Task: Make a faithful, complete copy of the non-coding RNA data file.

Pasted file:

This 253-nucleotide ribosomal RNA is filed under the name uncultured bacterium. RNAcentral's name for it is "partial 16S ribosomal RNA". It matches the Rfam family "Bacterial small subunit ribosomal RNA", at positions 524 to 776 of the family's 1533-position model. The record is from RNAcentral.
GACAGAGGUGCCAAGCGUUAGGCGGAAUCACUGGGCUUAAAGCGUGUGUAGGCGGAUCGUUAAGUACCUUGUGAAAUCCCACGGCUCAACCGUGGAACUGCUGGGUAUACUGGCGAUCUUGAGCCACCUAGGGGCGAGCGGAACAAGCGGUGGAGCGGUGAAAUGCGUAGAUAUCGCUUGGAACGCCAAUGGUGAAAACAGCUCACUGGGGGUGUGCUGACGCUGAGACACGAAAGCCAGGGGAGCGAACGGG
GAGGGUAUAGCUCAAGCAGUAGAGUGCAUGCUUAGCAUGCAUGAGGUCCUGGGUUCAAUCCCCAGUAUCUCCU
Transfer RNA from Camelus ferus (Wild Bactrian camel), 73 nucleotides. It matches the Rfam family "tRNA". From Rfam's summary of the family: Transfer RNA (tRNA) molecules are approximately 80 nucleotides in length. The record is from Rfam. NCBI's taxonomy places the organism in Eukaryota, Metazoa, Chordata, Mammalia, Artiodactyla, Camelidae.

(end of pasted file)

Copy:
This 253-nucleotide ribosomal RNA is filed under the name uncultured bacterium. RNAcentral's name for it is "partial 16S ribosomal RNA". It matches the Rfam family "Bacterial small subunit ribosomal RNA", at positions 524 to 776 of the family's 1533-position model. The record is from RNAcentral.
GACAGAGGUGCCAAGCGUUAGGCGGAAUCACUGGGCUUAAAGCGUGUGUAGGCGGAUCGUUAAGUACCUUGUGAAAUCCCACGGCUCAACCGUGGAACUGCUGGGUAUACUGGCGAUCUUGAGCCACCUAGGGGCGAGCGGAACAAGCGGUGGAGCGGUGAAAUGCGUAGAUAUCGCUUGGAACGCCAAUGGUGAAAACAGCUCACUGGGGGUGUGCUGACGCUGAGACACGAAAGCCAGGGGAGCGAACGGG
GAGGGUAUAGCUCAAGCAGUAGAGUGCAUGCUUAGCAUGCAUGAGGUCCUGGGUUCAAUCCCCAGUAUCUCCU
Transfer RNA from Camelus ferus (Wild Bactrian camel), 73 nucleotides. It matches the Rfam family "tRNA". From Rfam's summary of the family: Transfer RNA (tRNA) molecules are approximately 80 nucleotides in length. The record is from Rfam. NCBI's taxonomy places the organism in Eukaryota, Metazoa, Chordata, Mammalia, Artiodactyla, Camelidae.